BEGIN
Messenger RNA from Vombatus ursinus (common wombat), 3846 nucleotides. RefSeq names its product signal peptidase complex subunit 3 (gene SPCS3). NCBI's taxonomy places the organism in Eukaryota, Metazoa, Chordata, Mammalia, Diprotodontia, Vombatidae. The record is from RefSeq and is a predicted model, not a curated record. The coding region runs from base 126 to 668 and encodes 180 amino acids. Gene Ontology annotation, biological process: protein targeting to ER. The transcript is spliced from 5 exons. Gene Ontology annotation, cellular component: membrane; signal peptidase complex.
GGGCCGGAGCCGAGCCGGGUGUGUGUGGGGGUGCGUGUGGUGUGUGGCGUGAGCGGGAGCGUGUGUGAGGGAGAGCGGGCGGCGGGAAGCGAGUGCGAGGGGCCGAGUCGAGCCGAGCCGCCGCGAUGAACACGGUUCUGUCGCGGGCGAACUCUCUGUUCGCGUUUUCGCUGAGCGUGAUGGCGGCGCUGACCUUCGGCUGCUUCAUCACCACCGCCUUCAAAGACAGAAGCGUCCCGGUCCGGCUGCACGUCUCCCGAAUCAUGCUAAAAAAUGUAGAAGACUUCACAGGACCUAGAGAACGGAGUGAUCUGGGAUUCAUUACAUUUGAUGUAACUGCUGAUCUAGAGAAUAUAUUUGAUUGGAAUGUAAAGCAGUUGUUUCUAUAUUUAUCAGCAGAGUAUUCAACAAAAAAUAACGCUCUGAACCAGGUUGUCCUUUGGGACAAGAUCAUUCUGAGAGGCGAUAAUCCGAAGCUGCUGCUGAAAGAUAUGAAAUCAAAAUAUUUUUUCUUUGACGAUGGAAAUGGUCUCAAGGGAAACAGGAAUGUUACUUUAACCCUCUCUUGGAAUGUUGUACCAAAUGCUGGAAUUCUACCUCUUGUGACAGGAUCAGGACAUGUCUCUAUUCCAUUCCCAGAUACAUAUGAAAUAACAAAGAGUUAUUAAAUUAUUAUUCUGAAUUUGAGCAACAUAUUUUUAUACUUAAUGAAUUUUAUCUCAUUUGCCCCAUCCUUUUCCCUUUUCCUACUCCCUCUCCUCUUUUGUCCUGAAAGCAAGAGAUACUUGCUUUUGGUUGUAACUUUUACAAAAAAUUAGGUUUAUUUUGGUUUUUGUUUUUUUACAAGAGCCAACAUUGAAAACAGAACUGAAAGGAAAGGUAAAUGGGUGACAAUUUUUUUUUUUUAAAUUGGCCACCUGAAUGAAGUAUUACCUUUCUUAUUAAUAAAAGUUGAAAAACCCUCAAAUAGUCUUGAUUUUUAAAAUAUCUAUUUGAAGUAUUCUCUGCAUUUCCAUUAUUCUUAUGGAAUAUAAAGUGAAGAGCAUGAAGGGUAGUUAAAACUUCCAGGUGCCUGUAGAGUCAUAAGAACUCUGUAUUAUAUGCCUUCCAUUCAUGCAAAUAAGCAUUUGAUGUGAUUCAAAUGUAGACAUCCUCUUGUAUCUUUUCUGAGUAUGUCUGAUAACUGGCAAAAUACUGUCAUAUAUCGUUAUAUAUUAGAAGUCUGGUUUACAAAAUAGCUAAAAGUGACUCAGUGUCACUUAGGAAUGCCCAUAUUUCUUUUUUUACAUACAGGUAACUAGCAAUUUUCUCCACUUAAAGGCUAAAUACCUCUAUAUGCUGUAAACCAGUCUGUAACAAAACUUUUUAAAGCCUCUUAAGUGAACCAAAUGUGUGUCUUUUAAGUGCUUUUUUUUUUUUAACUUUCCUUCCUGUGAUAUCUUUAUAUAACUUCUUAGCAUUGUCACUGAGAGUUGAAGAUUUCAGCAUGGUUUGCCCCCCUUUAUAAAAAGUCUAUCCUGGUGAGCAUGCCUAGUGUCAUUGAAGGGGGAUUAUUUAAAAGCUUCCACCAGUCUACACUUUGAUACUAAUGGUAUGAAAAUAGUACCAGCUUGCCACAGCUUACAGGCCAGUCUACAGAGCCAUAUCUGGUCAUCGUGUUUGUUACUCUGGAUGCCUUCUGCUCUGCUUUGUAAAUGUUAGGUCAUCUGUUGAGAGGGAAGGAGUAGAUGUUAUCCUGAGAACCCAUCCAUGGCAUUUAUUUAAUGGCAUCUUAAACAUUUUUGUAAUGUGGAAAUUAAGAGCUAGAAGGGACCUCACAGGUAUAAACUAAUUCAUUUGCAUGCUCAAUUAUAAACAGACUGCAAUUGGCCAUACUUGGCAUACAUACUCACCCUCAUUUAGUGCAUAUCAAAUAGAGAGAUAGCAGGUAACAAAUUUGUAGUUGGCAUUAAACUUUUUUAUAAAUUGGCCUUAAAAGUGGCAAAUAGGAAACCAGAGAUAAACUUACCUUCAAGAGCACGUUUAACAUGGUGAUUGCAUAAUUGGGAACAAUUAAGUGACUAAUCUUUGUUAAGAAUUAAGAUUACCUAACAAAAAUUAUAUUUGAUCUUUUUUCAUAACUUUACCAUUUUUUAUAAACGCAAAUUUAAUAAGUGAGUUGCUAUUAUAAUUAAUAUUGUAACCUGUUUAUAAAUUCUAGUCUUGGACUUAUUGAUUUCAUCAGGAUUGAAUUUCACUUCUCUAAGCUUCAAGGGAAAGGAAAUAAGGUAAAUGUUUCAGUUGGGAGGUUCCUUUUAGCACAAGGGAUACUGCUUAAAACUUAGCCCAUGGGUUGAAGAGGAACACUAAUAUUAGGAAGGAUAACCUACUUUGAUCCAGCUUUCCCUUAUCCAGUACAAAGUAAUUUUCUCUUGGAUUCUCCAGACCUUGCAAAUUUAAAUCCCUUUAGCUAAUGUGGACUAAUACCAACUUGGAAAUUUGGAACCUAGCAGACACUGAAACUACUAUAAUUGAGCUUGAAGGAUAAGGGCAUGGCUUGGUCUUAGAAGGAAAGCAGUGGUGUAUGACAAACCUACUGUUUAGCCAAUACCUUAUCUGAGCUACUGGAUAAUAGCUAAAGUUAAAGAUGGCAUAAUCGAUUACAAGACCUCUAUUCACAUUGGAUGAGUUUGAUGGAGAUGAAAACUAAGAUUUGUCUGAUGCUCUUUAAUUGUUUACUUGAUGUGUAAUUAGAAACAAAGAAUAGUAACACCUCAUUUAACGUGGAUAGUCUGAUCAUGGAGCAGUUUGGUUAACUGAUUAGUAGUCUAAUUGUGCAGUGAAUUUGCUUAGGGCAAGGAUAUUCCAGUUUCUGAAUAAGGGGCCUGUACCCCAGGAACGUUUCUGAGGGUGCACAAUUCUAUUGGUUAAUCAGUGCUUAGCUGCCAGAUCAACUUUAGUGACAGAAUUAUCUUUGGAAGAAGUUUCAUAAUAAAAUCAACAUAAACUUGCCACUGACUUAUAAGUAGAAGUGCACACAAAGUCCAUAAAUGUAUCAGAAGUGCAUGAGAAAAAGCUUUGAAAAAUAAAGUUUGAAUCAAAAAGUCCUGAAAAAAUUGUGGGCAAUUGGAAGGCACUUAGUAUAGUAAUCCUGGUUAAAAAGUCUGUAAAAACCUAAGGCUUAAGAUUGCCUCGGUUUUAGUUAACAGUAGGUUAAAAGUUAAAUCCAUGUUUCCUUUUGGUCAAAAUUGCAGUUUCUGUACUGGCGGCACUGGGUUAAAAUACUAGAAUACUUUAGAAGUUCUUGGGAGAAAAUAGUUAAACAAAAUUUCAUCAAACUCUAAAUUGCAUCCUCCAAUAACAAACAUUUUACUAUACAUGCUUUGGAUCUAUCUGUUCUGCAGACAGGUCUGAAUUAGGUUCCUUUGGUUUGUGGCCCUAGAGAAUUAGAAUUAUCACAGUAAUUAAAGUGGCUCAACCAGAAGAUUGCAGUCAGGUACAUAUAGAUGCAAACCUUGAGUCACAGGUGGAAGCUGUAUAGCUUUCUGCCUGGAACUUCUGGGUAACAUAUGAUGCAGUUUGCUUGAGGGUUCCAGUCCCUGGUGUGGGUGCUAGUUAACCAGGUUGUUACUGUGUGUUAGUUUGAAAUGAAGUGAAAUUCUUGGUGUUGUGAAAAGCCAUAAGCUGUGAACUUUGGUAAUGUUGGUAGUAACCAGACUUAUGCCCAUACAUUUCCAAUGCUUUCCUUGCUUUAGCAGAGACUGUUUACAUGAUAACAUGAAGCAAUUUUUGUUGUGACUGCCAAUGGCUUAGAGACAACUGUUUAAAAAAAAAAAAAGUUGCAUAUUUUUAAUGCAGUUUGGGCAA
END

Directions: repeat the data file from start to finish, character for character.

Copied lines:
Messenger RNA from Vombatus ursinus (common wombat), 3846 nucleotides. RefSeq names its product signal peptidase complex subunit 3 (gene SPCS3). NCBI's taxonomy places the organism in Eukaryota, Metazoa, Chordata, Mammalia, Diprotodontia, Vombatidae. The record is from RefSeq and is a predicted model, not a curated record. The coding region runs from base 126 to 668 and encodes 180 amino acids. Gene Ontology annotation, biological process: protein targeting to ER. The transcript is spliced from 5 exons. Gene Ontology annotation, cellular component: membrane; signal peptidase complex.
GGGCCGGAGCCGAGCCGGGUGUGUGUGGGGGUGCGUGUGGUGUGUGGCGUGAGCGGGAGCGUGUGUGAGGGAGAGCGGGCGGCGGGAAGCGAGUGCGAGGGGCCGAGUCGAGCCGAGCCGCCGCGAUGAACACGGUUCUGUCGCGGGCGAACUCUCUGUUCGCGUUUUCGCUGAGCGUGAUGGCGGCGCUGACCUUCGGCUGCUUCAUCACCACCGCCUUCAAAGACAGAAGCGUCCCGGUCCGGCUGCACGUCUCCCGAAUCAUGCUAAAAAAUGUAGAAGACUUCACAGGACCUAGAGAACGGAGUGAUCUGGGAUUCAUUACAUUUGAUGUAACUGCUGAUCUAGAGAAUAUAUUUGAUUGGAAUGUAAAGCAGUUGUUUCUAUAUUUAUCAGCAGAGUAUUCAACAAAAAAUAACGCUCUGAACCAGGUUGUCCUUUGGGACAAGAUCAUUCUGAGAGGCGAUAAUCCGAAGCUGCUGCUGAAAGAUAUGAAAUCAAAAUAUUUUUUCUUUGACGAUGGAAAUGGUCUCAAGGGAAACAGGAAUGUUACUUUAACCCUCUCUUGGAAUGUUGUACCAAAUGCUGGAAUUCUACCUCUUGUGACAGGAUCAGGACAUGUCUCUAUUCCAUUCCCAGAUACAUAUGAAAUAACAAAGAGUUAUUAAAUUAUUAUUCUGAAUUUGAGCAACAUAUUUUUAUACUUAAUGAAUUUUAUCUCAUUUGCCCCAUCCUUUUCCCUUUUCCUACUCCCUCUCCUCUUUUGUCCUGAAAGCAAGAGAUACUUGCUUUUGGUUGUAACUUUUACAAAAAAUUAGGUUUAUUUUGGUUUUUGUUUUUUUACAAGAGCCAACAUUGAAAACAGAACUGAAAGGAAAGGUAAAUGGGUGACAAUUUUUUUUUUUUAAAUUGGCCACCUGAAUGAAGUAUUACCUUUCUUAUUAAUAAAAGUUGAAAAACCCUCAAAUAGUCUUGAUUUUUAAAAUAUCUAUUUGAAGUAUUCUCUGCAUUUCCAUUAUUCUUAUGGAAUAUAAAGUGAAGAGCAUGAAGGGUAGUUAAAACUUCCAGGUGCCUGUAGAGUCAUAAGAACUCUGUAUUAUAUGCCUUCCAUUCAUGCAAAUAAGCAUUUGAUGUGAUUCAAAUGUAGACAUCCUCUUGUAUCUUUUCUGAGUAUGUCUGAUAACUGGCAAAAUACUGUCAUAUAUCGUUAUAUAUUAGAAGUCUGGUUUACAAAAUAGCUAAAAGUGACUCAGUGUCACUUAGGAAUGCCCAUAUUUCUUUUUUUACAUACAGGUAACUAGCAAUUUUCUCCACUUAAAGGCUAAAUACCUCUAUAUGCUGUAAACCAGUCUGUAACAAAACUUUUUAAAGCCUCUUAAGUGAACCAAAUGUGUGUCUUUUAAGUGCUUUUUUUUUUUUAACUUUCCUUCCUGUGAUAUCUUUAUAUAACUUCUUAGCAUUGUCACUGAGAGUUGAAGAUUUCAGCAUGGUUUGCCCCCCUUUAUAAAAAGUCUAUCCUGGUGAGCAUGCCUAGUGUCAUUGAAGGGGGAUUAUUUAAAAGCUUCCACCAGUCUACACUUUGAUACUAAUGGUAUGAAAAUAGUACCAGCUUGCCACAGCUUACAGGCCAGUCUACAGAGCCAUAUCUGGUCAUCGUGUUUGUUACUCUGGAUGCCUUCUGCUCUGCUUUGUAAAUGUUAGGUCAUCUGUUGAGAGGGAAGGAGUAGAUGUUAUCCUGAGAACCCAUCCAUGGCAUUUAUUUAAUGGCAUCUUAAACAUUUUUGUAAUGUGGAAAUUAAGAGCUAGAAGGGACCUCACAGGUAUAAACUAAUUCAUUUGCAUGCUCAAUUAUAAACAGACUGCAAUUGGCCAUACUUGGCAUACAUACUCACCCUCAUUUAGUGCAUAUCAAAUAGAGAGAUAGCAGGUAACAAAUUUGUAGUUGGCAUUAAACUUUUUUAUAAAUUGGCCUUAAAAGUGGCAAAUAGGAAACCAGAGAUAAACUUACCUUCAAGAGCACGUUUAACAUGGUGAUUGCAUAAUUGGGAACAAUUAAGUGACUAAUCUUUGUUAAGAAUUAAGAUUACCUAACAAAAAUUAUAUUUGAUCUUUUUUCAUAACUUUACCAUUUUUUAUAAACGCAAAUUUAAUAAGUGAGUUGCUAUUAUAAUUAAUAUUGUAACCUGUUUAUAAAUUCUAGUCUUGGACUUAUUGAUUUCAUCAGGAUUGAAUUUCACUUCUCUAAGCUUCAAGGGAAAGGAAAUAAGGUAAAUGUUUCAGUUGGGAGGUUCCUUUUAGCACAAGGGAUACUGCUUAAAACUUAGCCCAUGGGUUGAAGAGGAACACUAAUAUUAGGAAGGAUAACCUACUUUGAUCCAGCUUUCCCUUAUCCAGUACAAAGUAAUUUUCUCUUGGAUUCUCCAGACCUUGCAAAUUUAAAUCCCUUUAGCUAAUGUGGACUAAUACCAACUUGGAAAUUUGGAACCUAGCAGACACUGAAACUACUAUAAUUGAGCUUGAAGGAUAAGGGCAUGGCUUGGUCUUAGAAGGAAAGCAGUGGUGUAUGACAAACCUACUGUUUAGCCAAUACCUUAUCUGAGCUACUGGAUAAUAGCUAAAGUUAAAGAUGGCAUAAUCGAUUACAAGACCUCUAUUCACAUUGGAUGAGUUUGAUGGAGAUGAAAACUAAGAUUUGUCUGAUGCUCUUUAAUUGUUUACUUGAUGUGUAAUUAGAAACAAAGAAUAGUAACACCUCAUUUAACGUGGAUAGUCUGAUCAUGGAGCAGUUUGGUUAACUGAUUAGUAGUCUAAUUGUGCAGUGAAUUUGCUUAGGGCAAGGAUAUUCCAGUUUCUGAAUAAGGGGCCUGUACCCCAGGAACGUUUCUGAGGGUGCACAAUUCUAUUGGUUAAUCAGUGCUUAGCUGCCAGAUCAACUUUAGUGACAGAAUUAUCUUUGGAAGAAGUUUCAUAAUAAAAUCAACAUAAACUUGCCACUGACUUAUAAGUAGAAGUGCACACAAAGUCCAUAAAUGUAUCAGAAGUGCAUGAGAAAAAGCUUUGAAAAAUAAAGUUUGAAUCAAAAAGUCCUGAAAAAAUUGUGGGCAAUUGGAAGGCACUUAGUAUAGUAAUCCUGGUUAAAAAGUCUGUAAAAACCUAAGGCUUAAGAUUGCCUCGGUUUUAGUUAACAGUAGGUUAAAAGUUAAAUCCAUGUUUCCUUUUGGUCAAAAUUGCAGUUUCUGUACUGGCGGCACUGGGUUAAAAUACUAGAAUACUUUAGAAGUUCUUGGGAGAAAAUAGUUAAACAAAAUUUCAUCAAACUCUAAAUUGCAUCCUCCAAUAACAAACAUUUUACUAUACAUGCUUUGGAUCUAUCUGUUCUGCAGACAGGUCUGAAUUAGGUUCCUUUGGUUUGUGGCCCUAGAGAAUUAGAAUUAUCACAGUAAUUAAAGUGGCUCAACCAGAAGAUUGCAGUCAGGUACAUAUAGAUGCAAACCUUGAGUCACAGGUGGAAGCUGUAUAGCUUUCUGCCUGGAACUUCUGGGUAACAUAUGAUGCAGUUUGCUUGAGGGUUCCAGUCCCUGGUGUGGGUGCUAGUUAACCAGGUUGUUACUGUGUGUUAGUUUGAAAUGAAGUGAAAUUCUUGGUGUUGUGAAAAGCCAUAAGCUGUGAACUUUGGUAAUGUUGGUAGUAACCAGACUUAUGCCCAUACAUUUCCAAUGCUUUCCUUGCUUUAGCAGAGACUGUUUACAUGAUAACAUGAAGCAAUUUUUGUUGUGACUGCCAAUGGCUUAGAGACAACUGUUUAAAAAAAAAAAAAGUUGCAUAUUUUUAAUGCAGUUUGGGCAA